In this long-awaited translation, Michel de Certeau anticipates current debates surrounding multiculturalism and social diversity, providing a prescient critique of identity politics. De Certeau considers the idea of culture itself, unveiling the specific political and social conflicts culture is designed to conceal. He looks at culture from several points of view, positioning his ideal of culture in the plural in opposition to an exclusivist notion of culture as "the best that has been thought and said". De Certeau stresses that anyone attempting to understand contemporary societies in the West must grasp the already-existing diversity that outflanks elitist conceptions of the "national group". Whatever the perceived benefits older ideas of social unity offered, de Certeau argues compellingly that they have no pertinence in the practical situation of societies today. Resonating with today's "culture wars", Culture in the Plural sheds new light on the challenges facing societies in transition.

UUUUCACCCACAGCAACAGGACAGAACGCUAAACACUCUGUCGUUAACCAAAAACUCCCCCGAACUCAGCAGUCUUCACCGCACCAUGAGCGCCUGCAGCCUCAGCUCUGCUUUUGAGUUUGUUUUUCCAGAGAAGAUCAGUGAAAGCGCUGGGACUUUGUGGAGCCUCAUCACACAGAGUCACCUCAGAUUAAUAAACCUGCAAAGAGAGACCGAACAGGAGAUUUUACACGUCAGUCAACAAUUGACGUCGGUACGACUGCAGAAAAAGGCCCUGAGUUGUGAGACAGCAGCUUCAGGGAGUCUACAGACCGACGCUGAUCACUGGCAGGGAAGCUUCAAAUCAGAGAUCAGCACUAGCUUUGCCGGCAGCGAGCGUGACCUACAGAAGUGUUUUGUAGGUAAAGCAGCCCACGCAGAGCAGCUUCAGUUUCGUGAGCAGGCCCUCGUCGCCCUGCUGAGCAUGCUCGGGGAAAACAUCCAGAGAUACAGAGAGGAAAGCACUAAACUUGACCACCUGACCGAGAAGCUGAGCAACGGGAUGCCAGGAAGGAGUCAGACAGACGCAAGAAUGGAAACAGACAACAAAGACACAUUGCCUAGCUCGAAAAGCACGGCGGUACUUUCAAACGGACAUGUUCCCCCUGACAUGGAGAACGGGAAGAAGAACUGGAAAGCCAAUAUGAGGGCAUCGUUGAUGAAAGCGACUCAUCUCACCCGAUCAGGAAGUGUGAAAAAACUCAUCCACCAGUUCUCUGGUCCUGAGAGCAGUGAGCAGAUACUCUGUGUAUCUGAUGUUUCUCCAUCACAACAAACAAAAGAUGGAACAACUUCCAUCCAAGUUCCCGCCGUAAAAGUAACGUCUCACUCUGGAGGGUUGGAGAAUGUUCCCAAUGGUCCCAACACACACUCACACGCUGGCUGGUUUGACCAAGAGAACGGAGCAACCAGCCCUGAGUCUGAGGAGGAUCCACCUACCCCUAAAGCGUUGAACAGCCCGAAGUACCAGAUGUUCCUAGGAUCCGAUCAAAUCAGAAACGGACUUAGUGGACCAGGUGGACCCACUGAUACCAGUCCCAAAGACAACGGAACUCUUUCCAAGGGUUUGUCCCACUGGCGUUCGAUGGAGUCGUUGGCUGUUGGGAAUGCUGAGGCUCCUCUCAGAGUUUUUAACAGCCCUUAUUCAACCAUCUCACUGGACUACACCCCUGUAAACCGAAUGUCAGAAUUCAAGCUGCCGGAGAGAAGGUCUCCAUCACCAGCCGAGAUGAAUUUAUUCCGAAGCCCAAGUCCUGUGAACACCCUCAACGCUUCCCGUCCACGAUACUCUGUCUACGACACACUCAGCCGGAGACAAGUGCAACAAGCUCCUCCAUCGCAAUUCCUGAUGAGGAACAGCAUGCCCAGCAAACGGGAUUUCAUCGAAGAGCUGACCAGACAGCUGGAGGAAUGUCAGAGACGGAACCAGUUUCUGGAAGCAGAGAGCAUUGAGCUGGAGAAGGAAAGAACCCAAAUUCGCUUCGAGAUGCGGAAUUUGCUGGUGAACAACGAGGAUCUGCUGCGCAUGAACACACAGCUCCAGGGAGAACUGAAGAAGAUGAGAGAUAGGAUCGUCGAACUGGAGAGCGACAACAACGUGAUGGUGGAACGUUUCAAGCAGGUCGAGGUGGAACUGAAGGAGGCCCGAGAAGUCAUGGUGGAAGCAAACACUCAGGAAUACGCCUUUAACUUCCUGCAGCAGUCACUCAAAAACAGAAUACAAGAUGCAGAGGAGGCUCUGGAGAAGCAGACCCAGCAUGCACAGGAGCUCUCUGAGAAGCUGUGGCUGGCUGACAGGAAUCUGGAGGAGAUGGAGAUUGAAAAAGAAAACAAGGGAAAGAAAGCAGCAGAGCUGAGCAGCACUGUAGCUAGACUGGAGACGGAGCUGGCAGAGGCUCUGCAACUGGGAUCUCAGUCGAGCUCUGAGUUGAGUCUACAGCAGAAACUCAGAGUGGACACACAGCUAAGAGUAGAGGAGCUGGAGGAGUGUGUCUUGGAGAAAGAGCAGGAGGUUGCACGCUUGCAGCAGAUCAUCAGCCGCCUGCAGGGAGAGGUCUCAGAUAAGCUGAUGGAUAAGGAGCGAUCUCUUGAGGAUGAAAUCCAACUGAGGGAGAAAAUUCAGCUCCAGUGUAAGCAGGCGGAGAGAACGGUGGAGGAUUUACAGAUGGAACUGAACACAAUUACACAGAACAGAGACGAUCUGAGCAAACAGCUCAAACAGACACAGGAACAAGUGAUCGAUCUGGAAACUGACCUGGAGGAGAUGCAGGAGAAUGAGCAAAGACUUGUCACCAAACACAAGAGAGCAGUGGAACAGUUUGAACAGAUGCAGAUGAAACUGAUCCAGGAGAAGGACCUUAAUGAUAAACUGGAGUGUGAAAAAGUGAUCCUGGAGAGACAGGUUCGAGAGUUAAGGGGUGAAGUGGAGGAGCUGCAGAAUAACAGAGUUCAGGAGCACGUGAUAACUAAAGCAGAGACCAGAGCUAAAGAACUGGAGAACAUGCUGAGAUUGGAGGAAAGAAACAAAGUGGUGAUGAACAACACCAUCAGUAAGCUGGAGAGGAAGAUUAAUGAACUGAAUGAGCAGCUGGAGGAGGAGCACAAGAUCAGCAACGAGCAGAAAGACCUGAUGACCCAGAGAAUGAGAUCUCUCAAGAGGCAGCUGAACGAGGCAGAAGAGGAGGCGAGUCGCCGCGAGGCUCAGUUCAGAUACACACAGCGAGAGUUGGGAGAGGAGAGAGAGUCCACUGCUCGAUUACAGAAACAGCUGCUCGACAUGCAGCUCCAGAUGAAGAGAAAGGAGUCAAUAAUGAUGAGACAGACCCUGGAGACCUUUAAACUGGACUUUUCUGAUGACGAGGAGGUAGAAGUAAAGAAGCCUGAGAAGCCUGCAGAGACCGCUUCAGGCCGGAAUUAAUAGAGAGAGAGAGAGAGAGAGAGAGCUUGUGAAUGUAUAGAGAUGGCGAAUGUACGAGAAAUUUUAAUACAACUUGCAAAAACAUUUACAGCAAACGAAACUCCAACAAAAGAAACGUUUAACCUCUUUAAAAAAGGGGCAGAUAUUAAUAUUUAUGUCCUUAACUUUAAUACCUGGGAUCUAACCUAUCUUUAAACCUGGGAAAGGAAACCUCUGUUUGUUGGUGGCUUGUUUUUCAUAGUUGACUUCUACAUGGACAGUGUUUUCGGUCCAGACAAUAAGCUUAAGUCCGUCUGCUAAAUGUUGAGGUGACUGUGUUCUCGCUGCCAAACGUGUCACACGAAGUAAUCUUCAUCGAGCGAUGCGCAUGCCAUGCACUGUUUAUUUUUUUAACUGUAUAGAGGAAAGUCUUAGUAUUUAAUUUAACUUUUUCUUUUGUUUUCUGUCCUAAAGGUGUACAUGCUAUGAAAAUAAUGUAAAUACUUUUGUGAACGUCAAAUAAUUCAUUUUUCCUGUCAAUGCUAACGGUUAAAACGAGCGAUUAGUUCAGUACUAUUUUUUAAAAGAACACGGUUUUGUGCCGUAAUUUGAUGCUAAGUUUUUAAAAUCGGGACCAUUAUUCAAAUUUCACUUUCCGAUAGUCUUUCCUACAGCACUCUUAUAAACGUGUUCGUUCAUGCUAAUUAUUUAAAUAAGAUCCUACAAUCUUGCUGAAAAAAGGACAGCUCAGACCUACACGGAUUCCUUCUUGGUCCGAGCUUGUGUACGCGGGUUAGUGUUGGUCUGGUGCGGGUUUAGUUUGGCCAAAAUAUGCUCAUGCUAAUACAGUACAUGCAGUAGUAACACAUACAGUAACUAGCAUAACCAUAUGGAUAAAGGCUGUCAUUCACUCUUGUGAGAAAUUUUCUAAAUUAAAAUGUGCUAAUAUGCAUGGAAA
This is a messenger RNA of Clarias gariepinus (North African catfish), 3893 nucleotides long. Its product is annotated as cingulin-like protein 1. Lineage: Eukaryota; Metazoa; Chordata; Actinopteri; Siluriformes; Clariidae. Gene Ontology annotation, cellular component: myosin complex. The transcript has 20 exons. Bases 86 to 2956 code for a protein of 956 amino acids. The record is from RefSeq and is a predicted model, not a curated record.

With the collective knowledge of expert contributors in the field, The International Handbook on Ageing and Public Policy explores the challenges arising from the ageing of populations across the globe.With an expansive look at the topic, this comprehensive Handbook examines various national state approaches to welfare provisions for older people and highlights alternatives based around the voluntary and third-party sector, families and private initiatives. Each of these issues are broken down further and split into six comprehensive sections:* Context* Pensions* Health* Welfare* Case Studies* Policy Innovation and Civil SocietyAcademics interested in policy challenges for mature societies will find this Handbook a highly relevant reference tool. It also offers an important message for policy makers and practitioners in the field of public policy.